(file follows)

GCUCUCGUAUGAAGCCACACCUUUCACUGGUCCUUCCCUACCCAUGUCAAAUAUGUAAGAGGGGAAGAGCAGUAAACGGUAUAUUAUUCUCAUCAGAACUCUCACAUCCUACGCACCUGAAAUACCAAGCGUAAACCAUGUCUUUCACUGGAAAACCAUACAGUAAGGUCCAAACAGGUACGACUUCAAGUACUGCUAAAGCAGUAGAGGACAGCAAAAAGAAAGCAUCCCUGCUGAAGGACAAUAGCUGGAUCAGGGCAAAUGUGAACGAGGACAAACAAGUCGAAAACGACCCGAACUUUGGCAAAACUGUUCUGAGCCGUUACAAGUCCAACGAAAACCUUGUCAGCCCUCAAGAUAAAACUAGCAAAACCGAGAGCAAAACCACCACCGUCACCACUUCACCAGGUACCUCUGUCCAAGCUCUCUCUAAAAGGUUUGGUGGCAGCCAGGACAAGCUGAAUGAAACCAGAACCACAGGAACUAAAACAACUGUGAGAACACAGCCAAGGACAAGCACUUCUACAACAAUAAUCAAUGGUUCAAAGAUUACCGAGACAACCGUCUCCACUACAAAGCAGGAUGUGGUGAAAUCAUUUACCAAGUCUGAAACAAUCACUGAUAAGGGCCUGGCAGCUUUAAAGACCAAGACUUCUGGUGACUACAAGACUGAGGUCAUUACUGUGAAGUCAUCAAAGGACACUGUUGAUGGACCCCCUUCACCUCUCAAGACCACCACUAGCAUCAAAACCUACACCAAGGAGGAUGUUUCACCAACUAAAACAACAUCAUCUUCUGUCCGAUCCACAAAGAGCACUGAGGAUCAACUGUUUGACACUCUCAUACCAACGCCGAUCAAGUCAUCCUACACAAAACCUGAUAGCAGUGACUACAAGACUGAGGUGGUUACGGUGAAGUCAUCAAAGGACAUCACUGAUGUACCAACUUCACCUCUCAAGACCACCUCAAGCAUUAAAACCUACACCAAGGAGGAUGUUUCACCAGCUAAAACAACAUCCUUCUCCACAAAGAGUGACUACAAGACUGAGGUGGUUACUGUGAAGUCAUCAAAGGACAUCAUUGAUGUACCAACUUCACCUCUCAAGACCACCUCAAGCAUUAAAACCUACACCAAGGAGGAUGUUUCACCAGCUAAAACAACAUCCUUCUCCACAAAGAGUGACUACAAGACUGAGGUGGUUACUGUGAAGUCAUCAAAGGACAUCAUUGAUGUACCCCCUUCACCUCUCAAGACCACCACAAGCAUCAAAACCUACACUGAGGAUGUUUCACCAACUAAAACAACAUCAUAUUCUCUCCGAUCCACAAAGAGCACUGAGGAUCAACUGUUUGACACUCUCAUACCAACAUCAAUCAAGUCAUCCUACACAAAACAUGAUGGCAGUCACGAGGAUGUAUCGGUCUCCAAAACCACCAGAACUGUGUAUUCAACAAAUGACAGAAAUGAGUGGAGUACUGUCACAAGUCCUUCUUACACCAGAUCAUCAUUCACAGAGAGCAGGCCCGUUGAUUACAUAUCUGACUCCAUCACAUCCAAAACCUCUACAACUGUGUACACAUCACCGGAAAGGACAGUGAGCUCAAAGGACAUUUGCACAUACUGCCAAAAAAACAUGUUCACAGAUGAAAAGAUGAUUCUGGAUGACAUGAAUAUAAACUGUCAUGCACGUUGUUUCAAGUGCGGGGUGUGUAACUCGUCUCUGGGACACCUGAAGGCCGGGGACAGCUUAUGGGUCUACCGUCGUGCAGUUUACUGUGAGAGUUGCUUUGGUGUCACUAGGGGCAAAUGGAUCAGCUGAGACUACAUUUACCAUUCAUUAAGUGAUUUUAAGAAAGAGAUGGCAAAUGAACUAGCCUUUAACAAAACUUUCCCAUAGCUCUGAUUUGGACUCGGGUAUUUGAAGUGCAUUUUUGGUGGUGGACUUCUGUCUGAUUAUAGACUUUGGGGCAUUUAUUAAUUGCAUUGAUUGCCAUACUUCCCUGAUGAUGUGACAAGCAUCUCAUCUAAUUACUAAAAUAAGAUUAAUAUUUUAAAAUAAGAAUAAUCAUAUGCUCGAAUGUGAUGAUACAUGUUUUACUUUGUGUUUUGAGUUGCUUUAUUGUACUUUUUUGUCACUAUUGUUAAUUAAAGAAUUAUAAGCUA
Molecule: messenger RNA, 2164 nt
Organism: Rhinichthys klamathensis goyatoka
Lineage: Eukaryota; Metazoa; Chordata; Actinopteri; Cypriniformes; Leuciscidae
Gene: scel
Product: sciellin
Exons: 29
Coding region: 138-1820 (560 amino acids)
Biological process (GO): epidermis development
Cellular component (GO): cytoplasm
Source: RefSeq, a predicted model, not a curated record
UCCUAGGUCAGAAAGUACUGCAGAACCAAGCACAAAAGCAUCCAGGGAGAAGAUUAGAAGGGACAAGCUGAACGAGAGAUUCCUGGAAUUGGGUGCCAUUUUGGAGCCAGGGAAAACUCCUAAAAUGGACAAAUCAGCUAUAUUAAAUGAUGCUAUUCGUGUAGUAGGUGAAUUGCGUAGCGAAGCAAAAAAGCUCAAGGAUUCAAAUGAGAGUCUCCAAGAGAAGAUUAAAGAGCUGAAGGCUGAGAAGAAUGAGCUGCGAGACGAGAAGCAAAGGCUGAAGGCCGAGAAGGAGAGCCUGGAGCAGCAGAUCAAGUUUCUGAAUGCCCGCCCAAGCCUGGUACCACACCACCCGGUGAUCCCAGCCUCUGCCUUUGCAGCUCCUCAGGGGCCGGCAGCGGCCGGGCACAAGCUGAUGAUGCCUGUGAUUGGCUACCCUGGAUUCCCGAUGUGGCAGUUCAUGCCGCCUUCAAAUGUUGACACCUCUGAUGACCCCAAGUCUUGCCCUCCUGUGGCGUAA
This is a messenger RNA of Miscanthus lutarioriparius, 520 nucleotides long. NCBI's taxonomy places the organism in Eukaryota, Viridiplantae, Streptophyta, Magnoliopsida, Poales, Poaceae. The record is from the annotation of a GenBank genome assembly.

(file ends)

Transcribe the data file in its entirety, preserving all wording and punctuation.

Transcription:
GCUCUCGUAUGAAGCCACACCUUUCACUGGUCCUUCCCUACCCAUGUCAAAUAUGUAAGAGGGGAAGAGCAGUAAACGGUAUAUUAUUCUCAUCAGAACUCUCACAUCCUACGCACCUGAAAUACCAAGCGUAAACCAUGUCUUUCACUGGAAAACCAUACAGUAAGGUCCAAACAGGUACGACUUCAAGUACUGCUAAAGCAGUAGAGGACAGCAAAAAGAAAGCAUCCCUGCUGAAGGACAAUAGCUGGAUCAGGGCAAAUGUGAACGAGGACAAACAAGUCGAAAACGACCCGAACUUUGGCAAAACUGUUCUGAGCCGUUACAAGUCCAACGAAAACCUUGUCAGCCCUCAAGAUAAAACUAGCAAAACCGAGAGCAAAACCACCACCGUCACCACUUCACCAGGUACCUCUGUCCAAGCUCUCUCUAAAAGGUUUGGUGGCAGCCAGGACAAGCUGAAUGAAACCAGAACCACAGGAACUAAAACAACUGUGAGAACACAGCCAAGGACAAGCACUUCUACAACAAUAAUCAAUGGUUCAAAGAUUACCGAGACAACCGUCUCCACUACAAAGCAGGAUGUGGUGAAAUCAUUUACCAAGUCUGAAACAAUCACUGAUAAGGGCCUGGCAGCUUUAAAGACCAAGACUUCUGGUGACUACAAGACUGAGGUCAUUACUGUGAAGUCAUCAAAGGACACUGUUGAUGGACCCCCUUCACCUCUCAAGACCACCACUAGCAUCAAAACCUACACCAAGGAGGAUGUUUCACCAACUAAAACAACAUCAUCUUCUGUCCGAUCCACAAAGAGCACUGAGGAUCAACUGUUUGACACUCUCAUACCAACGCCGAUCAAGUCAUCCUACACAAAACCUGAUAGCAGUGACUACAAGACUGAGGUGGUUACGGUGAAGUCAUCAAAGGACAUCACUGAUGUACCAACUUCACCUCUCAAGACCACCUCAAGCAUUAAAACCUACACCAAGGAGGAUGUUUCACCAGCUAAAACAACAUCCUUCUCCACAAAGAGUGACUACAAGACUGAGGUGGUUACUGUGAAGUCAUCAAAGGACAUCAUUGAUGUACCAACUUCACCUCUCAAGACCACCUCAAGCAUUAAAACCUACACCAAGGAGGAUGUUUCACCAGCUAAAACAACAUCCUUCUCCACAAAGAGUGACUACAAGACUGAGGUGGUUACUGUGAAGUCAUCAAAGGACAUCAUUGAUGUACCCCCUUCACCUCUCAAGACCACCACAAGCAUCAAAACCUACACUGAGGAUGUUUCACCAACUAAAACAACAUCAUAUUCUCUCCGAUCCACAAAGAGCACUGAGGAUCAACUGUUUGACACUCUCAUACCAACAUCAAUCAAGUCAUCCUACACAAAACAUGAUGGCAGUCACGAGGAUGUAUCGGUCUCCAAAACCACCAGAACUGUGUAUUCAACAAAUGACAGAAAUGAGUGGAGUACUGUCACAAGUCCUUCUUACACCAGAUCAUCAUUCACAGAGAGCAGGCCCGUUGAUUACAUAUCUGACUCCAUCACAUCCAAAACCUCUACAACUGUGUACACAUCACCGGAAAGGACAGUGAGCUCAAAGGACAUUUGCACAUACUGCCAAAAAAACAUGUUCACAGAUGAAAAGAUGAUUCUGGAUGACAUGAAUAUAAACUGUCAUGCACGUUGUUUCAAGUGCGGGGUGUGUAACUCGUCUCUGGGACACCUGAAGGCCGGGGACAGCUUAUGGGUCUACCGUCGUGCAGUUUACUGUGAGAGUUGCUUUGGUGUCACUAGGGGCAAAUGGAUCAGCUGAGACUACAUUUACCAUUCAUUAAGUGAUUUUAAGAAAGAGAUGGCAAAUGAACUAGCCUUUAACAAAACUUUCCCAUAGCUCUGAUUUGGACUCGGGUAUUUGAAGUGCAUUUUUGGUGGUGGACUUCUGUCUGAUUAUAGACUUUGGGGCAUUUAUUAAUUGCAUUGAUUGCCAUACUUCCCUGAUGAUGUGACAAGCAUCUCAUCUAAUUACUAAAAUAAGAUUAAUAUUUUAAAAUAAGAAUAAUCAUAUGCUCGAAUGUGAUGAUACAUGUUUUACUUUGUGUUUUGAGUUGCUUUAUUGUACUUUUUUGUCACUAUUGUUAAUUAAAGAAUUAUAAGCUA
Molecule: messenger RNA, 2164 nt
Organism: Rhinichthys klamathensis goyatoka
Lineage: Eukaryota; Metazoa; Chordata; Actinopteri; Cypriniformes; Leuciscidae
Gene: scel
Product: sciellin
Exons: 29
Coding region: 138-1820 (560 amino acids)
Biological process (GO): epidermis development
Cellular component (GO): cytoplasm
Source: RefSeq, a predicted model, not a curated record
UCCUAGGUCAGAAAGUACUGCAGAACCAAGCACAAAAGCAUCCAGGGAGAAGAUUAGAAGGGACAAGCUGAACGAGAGAUUCCUGGAAUUGGGUGCCAUUUUGGAGCCAGGGAAAACUCCUAAAAUGGACAAAUCAGCUAUAUUAAAUGAUGCUAUUCGUGUAGUAGGUGAAUUGCGUAGCGAAGCAAAAAAGCUCAAGGAUUCAAAUGAGAGUCUCCAAGAGAAGAUUAAAGAGCUGAAGGCUGAGAAGAAUGAGCUGCGAGACGAGAAGCAAAGGCUGAAGGCCGAGAAGGAGAGCCUGGAGCAGCAGAUCAAGUUUCUGAAUGCCCGCCCAAGCCUGGUACCACACCACCCGGUGAUCCCAGCCUCUGCCUUUGCAGCUCCUCAGGGGCCGGCAGCGGCCGGGCACAAGCUGAUGAUGCCUGUGAUUGGCUACCCUGGAUUCCCGAUGUGGCAGUUCAUGCCGCCUUCAAAUGUUGACACCUCUGAUGACCCCAAGUCUUGCCCUCCUGUGGCGUAA
This is a messenger RNA of Miscanthus lutarioriparius, 520 nucleotides long. NCBI's taxonomy places the organism in Eukaryota, Viridiplantae, Streptophyta, Magnoliopsida, Poales, Poaceae. The record is from the annotation of a GenBank genome assembly.